My future wife and I sit in adjacent booths in a coffee shop when the internet crashes and we look up from our dating apps like groundhogs discovering our shadows. She lifts her delicate hand, her arched finger like a stamen, and pushes an imaginary button between us. “Bingo,” she says.
Behind her, two people jump up and hurry through the front door, their coffee forgotten on the table.
“I’m Lily,” she says from the seat across from me. In all the commotion, I hadn’t seen her move. She has a face so beautiful it seems almost impossible for her to exist. After the way things ended with my ex, it’s easy to feel like I’d never be able to hold on to that kind of beauty again.
“Tell me something that isn’t on your Bingo profile,” she says.
“I’m not as funny as I think I am,” I say.
“No one is.”
“I guess I’m pretty lonely.”
“The human condition.”
I suddenly want to tell her something she can’t render mundane. “I got a boner once when I was petting a cat.”
She laughs so hard that her dark eyes narrow and her nose wrinkles, and I want to be the only person in the world to ever cause that to happen again.
“Will you marry me?” I ask.
“Let’s start smaller,” she says.
“How about a scone?”
I go to the counter, but it appears all the employees have walked away. The coffee machine gurgles and the refrigerator whirrs. Then they both stop at the same time. The electricity has gone out.
I turn and watch the ceiling fan above Lily slowly come to a rest. The small group sitting at the back booth begin stuffing croissants and bagels into their bags and then push out into the street.
Lily and I are alone.
“Everyone’s gone,” I say. A dozen people run past the front window, car horns blaring at them. “Should we go?”
Lily glances around the empty coffee shop. “I want to finish my coffee first. I’m tired of running away.”
I return to my chair. “I don’t want this moment to end either,” I say.
She laughs again, but this one is different. It’s a defense mechanism. “Here’s something I don’t write on my profile,” she says. “I’m uncomfortable outside the noise of the world. If I’m seen in any way, I run.”
And in that moment, I feel I can truly see her in a way I hadn’t before. She’s a bird, wings extending, testing the wind before launching into the air.
“If it makes you feel any better, no one ever notices me,” I say.
She nods. “Not until all the distractions are gone. And then…”
We lapse into a perfect silence where we drink coffee and spiritually lean into each other. The coffee shop is so quiet now that I can hear my nervous system buzzing in my ears.
“Why did your last girlfriend leave you?” she asks.
“Who said she left me?”
“You did. When you said you were lonely and you weren’t funny. Like you’d been spending a lot of time wondering what went wrong.”
I can’t argue. “My ex left me because she said I didn’t fight for her. Which I didn’t. But I would’ve also had to fight this really huge guy from her work.”
“You have to choose your battles.”
Plates rattle in the kitchen and silverware clatters to the floor. I look to the counter hoping an employee has returned, and maybe I’ll be able to order more coffee and drag this moment out for as long as possible. No one is there.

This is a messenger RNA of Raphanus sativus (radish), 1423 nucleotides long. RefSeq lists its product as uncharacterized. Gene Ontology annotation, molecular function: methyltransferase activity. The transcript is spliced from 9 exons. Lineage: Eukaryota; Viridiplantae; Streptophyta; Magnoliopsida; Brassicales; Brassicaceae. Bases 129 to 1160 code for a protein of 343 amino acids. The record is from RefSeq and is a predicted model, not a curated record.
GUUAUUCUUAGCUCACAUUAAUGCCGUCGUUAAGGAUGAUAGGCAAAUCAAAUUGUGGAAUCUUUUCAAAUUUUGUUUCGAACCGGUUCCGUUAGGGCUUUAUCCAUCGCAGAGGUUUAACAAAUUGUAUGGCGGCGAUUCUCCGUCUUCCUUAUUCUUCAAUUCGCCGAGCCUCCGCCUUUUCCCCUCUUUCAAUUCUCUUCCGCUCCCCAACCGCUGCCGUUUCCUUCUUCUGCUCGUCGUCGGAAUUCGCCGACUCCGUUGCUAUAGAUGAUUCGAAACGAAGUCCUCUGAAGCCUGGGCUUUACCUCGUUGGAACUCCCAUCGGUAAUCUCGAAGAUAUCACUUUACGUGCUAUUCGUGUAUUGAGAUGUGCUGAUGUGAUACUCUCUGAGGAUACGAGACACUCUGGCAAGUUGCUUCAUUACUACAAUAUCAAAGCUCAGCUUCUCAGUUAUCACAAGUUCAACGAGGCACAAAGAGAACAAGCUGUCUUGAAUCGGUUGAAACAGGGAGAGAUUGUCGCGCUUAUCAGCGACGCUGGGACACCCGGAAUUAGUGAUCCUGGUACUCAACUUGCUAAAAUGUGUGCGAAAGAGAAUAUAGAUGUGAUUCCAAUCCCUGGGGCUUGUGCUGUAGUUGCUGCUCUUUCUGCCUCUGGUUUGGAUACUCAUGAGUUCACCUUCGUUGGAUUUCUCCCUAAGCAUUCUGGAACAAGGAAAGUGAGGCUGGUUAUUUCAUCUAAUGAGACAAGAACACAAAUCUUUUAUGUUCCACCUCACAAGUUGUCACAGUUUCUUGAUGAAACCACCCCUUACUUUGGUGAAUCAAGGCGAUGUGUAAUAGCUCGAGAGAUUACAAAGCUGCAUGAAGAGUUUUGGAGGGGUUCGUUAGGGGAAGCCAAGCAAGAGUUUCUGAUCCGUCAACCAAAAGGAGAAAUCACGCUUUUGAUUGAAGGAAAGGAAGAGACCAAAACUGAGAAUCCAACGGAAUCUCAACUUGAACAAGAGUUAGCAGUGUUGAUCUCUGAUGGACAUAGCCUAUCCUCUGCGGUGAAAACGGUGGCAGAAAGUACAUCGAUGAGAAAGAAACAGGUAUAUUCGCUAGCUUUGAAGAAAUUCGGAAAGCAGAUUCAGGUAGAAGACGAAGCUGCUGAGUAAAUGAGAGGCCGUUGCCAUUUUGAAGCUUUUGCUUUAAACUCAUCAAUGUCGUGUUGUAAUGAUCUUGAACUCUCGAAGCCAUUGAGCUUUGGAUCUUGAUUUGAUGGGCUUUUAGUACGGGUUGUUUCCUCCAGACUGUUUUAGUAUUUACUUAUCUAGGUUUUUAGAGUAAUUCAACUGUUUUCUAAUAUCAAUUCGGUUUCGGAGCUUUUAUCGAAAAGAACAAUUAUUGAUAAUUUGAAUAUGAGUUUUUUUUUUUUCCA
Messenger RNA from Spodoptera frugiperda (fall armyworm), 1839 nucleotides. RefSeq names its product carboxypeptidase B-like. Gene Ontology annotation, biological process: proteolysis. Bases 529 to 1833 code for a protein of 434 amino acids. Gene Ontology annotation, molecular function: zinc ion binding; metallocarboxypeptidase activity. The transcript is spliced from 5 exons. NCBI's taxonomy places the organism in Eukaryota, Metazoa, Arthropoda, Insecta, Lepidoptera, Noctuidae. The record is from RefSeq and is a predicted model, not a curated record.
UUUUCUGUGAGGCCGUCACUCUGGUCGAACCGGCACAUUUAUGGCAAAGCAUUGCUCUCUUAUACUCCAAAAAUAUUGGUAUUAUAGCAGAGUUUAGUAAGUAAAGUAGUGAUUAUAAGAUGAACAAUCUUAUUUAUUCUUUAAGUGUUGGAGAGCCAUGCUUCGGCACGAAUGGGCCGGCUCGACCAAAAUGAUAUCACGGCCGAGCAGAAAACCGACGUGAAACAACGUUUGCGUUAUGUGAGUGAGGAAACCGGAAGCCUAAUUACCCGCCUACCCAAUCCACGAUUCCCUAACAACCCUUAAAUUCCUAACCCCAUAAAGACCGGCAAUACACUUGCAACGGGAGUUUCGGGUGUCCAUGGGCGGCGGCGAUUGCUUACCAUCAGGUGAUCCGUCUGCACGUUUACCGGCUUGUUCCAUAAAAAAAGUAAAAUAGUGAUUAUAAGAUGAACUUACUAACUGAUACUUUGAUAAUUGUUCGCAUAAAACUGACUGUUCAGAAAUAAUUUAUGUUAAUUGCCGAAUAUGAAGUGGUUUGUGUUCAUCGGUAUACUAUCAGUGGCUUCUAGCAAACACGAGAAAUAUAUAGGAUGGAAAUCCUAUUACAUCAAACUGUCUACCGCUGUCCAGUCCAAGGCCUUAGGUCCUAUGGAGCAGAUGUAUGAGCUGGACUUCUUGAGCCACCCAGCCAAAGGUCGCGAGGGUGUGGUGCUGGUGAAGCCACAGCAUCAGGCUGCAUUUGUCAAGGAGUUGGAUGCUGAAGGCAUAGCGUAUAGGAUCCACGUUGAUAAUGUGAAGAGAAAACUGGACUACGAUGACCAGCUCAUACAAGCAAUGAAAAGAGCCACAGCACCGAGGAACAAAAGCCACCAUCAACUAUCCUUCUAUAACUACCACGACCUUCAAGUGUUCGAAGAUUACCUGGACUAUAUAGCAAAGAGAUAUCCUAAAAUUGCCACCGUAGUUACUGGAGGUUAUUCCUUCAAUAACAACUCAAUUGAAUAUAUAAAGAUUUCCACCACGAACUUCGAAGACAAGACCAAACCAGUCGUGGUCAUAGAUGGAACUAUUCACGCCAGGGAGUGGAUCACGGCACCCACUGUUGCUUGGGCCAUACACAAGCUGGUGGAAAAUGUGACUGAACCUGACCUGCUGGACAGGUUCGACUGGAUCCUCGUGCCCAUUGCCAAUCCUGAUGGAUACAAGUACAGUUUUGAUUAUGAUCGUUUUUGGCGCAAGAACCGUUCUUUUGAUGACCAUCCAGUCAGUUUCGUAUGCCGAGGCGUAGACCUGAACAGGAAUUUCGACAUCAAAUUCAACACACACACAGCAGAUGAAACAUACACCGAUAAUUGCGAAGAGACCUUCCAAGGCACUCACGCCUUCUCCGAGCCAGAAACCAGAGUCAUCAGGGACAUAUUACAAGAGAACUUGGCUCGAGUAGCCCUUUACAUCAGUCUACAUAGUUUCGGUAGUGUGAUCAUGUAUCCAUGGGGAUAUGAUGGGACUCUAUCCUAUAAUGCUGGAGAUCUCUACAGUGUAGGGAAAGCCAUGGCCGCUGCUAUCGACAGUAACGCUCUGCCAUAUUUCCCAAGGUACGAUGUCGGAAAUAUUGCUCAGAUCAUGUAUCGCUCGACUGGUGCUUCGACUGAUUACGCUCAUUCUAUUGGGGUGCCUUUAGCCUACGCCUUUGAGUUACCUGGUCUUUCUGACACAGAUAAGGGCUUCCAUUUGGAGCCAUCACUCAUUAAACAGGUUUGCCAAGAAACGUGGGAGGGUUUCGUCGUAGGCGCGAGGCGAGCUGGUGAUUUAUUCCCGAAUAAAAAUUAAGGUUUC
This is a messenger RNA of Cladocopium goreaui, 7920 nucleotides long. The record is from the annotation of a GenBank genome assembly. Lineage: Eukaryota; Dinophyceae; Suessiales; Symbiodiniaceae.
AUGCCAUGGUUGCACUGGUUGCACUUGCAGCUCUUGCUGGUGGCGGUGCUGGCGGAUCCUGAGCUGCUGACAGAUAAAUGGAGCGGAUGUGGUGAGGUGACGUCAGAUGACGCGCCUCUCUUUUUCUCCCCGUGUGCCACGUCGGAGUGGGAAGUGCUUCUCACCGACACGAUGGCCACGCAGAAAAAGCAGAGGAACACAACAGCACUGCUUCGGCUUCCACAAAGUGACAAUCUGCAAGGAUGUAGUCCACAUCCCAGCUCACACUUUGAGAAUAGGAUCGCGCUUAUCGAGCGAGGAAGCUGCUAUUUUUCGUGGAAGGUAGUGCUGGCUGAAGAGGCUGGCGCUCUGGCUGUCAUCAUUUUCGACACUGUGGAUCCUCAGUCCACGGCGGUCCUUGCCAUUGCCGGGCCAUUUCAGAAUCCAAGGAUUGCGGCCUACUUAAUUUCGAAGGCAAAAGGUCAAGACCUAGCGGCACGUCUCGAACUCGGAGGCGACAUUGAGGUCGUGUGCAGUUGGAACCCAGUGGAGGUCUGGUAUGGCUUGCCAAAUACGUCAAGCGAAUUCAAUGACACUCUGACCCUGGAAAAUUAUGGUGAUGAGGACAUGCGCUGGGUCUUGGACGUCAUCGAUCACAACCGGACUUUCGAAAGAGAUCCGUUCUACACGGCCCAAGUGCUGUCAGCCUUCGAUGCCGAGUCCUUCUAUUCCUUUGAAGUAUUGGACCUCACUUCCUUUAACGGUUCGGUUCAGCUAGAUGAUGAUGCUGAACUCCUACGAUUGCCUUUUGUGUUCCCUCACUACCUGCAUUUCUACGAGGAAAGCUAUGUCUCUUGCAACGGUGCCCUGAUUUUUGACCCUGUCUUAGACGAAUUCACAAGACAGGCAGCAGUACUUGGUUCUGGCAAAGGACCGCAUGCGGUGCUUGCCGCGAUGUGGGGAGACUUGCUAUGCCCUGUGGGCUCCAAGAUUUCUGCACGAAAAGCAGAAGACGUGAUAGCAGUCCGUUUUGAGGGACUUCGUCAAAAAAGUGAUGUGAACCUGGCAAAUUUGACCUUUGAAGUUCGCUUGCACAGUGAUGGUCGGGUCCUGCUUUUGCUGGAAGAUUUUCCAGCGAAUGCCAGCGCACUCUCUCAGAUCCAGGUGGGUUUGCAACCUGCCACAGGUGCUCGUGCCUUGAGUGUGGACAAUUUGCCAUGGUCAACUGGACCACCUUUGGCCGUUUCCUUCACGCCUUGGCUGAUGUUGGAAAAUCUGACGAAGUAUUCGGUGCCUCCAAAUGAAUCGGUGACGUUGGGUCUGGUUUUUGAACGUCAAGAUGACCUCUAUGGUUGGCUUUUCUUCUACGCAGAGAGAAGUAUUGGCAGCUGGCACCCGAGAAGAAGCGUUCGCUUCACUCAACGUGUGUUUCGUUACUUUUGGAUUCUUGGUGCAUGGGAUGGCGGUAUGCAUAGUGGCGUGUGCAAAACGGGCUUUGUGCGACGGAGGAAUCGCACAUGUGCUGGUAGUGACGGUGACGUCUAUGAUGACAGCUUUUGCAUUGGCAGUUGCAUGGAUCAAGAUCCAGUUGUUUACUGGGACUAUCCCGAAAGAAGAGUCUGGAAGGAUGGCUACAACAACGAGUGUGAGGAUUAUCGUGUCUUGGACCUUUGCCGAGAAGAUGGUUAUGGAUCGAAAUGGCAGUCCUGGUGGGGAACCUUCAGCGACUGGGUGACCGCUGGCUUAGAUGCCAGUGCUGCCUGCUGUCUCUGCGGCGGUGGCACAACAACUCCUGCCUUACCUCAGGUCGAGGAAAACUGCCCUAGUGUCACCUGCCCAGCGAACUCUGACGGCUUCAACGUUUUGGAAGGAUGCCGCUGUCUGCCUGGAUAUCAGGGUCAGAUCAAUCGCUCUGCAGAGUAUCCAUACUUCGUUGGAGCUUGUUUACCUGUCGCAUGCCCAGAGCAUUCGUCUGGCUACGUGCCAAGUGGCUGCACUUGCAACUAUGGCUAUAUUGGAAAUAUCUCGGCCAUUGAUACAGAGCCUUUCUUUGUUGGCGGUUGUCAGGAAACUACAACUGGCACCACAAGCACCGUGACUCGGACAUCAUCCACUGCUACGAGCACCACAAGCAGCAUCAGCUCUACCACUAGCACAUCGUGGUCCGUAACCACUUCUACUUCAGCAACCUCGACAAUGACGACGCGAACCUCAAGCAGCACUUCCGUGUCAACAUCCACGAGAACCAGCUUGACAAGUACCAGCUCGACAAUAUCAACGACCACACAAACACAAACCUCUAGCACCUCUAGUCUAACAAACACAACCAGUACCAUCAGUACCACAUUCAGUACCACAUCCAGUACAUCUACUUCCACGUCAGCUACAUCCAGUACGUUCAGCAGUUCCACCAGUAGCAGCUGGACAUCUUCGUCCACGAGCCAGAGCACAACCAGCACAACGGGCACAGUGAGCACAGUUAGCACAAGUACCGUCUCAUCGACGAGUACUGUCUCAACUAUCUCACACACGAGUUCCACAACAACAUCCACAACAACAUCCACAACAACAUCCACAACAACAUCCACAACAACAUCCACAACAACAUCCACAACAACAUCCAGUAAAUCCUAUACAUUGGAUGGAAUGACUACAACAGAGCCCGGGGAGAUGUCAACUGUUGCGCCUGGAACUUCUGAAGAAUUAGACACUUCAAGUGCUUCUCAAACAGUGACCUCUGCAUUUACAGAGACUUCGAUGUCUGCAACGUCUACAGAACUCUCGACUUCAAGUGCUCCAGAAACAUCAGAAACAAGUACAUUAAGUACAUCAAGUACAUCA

“I haven’t given a Bingo to anyone in the app for weeks,” she says. “But I keep scrolling and scrolling and scrolling. And I never look up.”
“I Bingo everyone,” I say.
She shakes her head with a smile. “Sounds pathetic.”
“Didn’t I mention that? I’m pathetic too.”
We lock eyes as she takes her last sip of coffee. “Yes,” she says.
“I’ll marry you.”
“I don’t think I was kidding,” I say.
Her eyes close and her lips part enough for me to catch a glimpse of her top teeth. “I don’t think I am either. Life is a risk, and I stopped taking risks for some reason.”
Then someone rams into my back and I lunge forward, my coffee spilling across the table. A guy moves toward Lily in a shirt that says DON’T HAVE A COW across the back.
The guy staggers and then falls onto her lap. She tries to push him away, but he clutches her around the waist. I grab a fistful of his hair and it peels off, scalp and all, and ends up as a clump of goo in my hand.
The man lifts himself up until he and Lily are face to face and takes a hold of the back of her chair with both hands.
“That’s my fiancée!” I yell and it feels good to say it. Then the man gurgles a wet inhuman sound and Lily punches him in the forehead.
That’s when it becomes clear. Something has shut down the internet and all the power, and with it, the zombie alarm must have been disabled too. Here I am with most interesting girl I’ve ever met, probably will ever meet, and she is about to be eaten right in front of me while my ex and her massive bald protector are still alive and well somewhere across town.
I leap forward and grab the zombie’s shoulders. His flesh bunches in my hands like slices of bologna, but I hold tight as Lily lifts her knees and pushes against his chest with her feet. He has an iron grip on the back of her chair, his mouth spitting and spraying as he snaps at her face. I widen my stance and yank, but even combined with the pressure Lily is exerting, we are all locked in this position.
I look over the zombie’s shoulder and there is Lily looking back at me.
“Bingo!” I yell.
“Bingo!” she yells back.
I have chosen my battle.
Josh Denslow’s debut collection NOT EVERYONE IS SPECIAL will be published in 2019 by 7.13 Books. He plays the drums in the band Borrisokane and edits at SmokeLong Quarterly.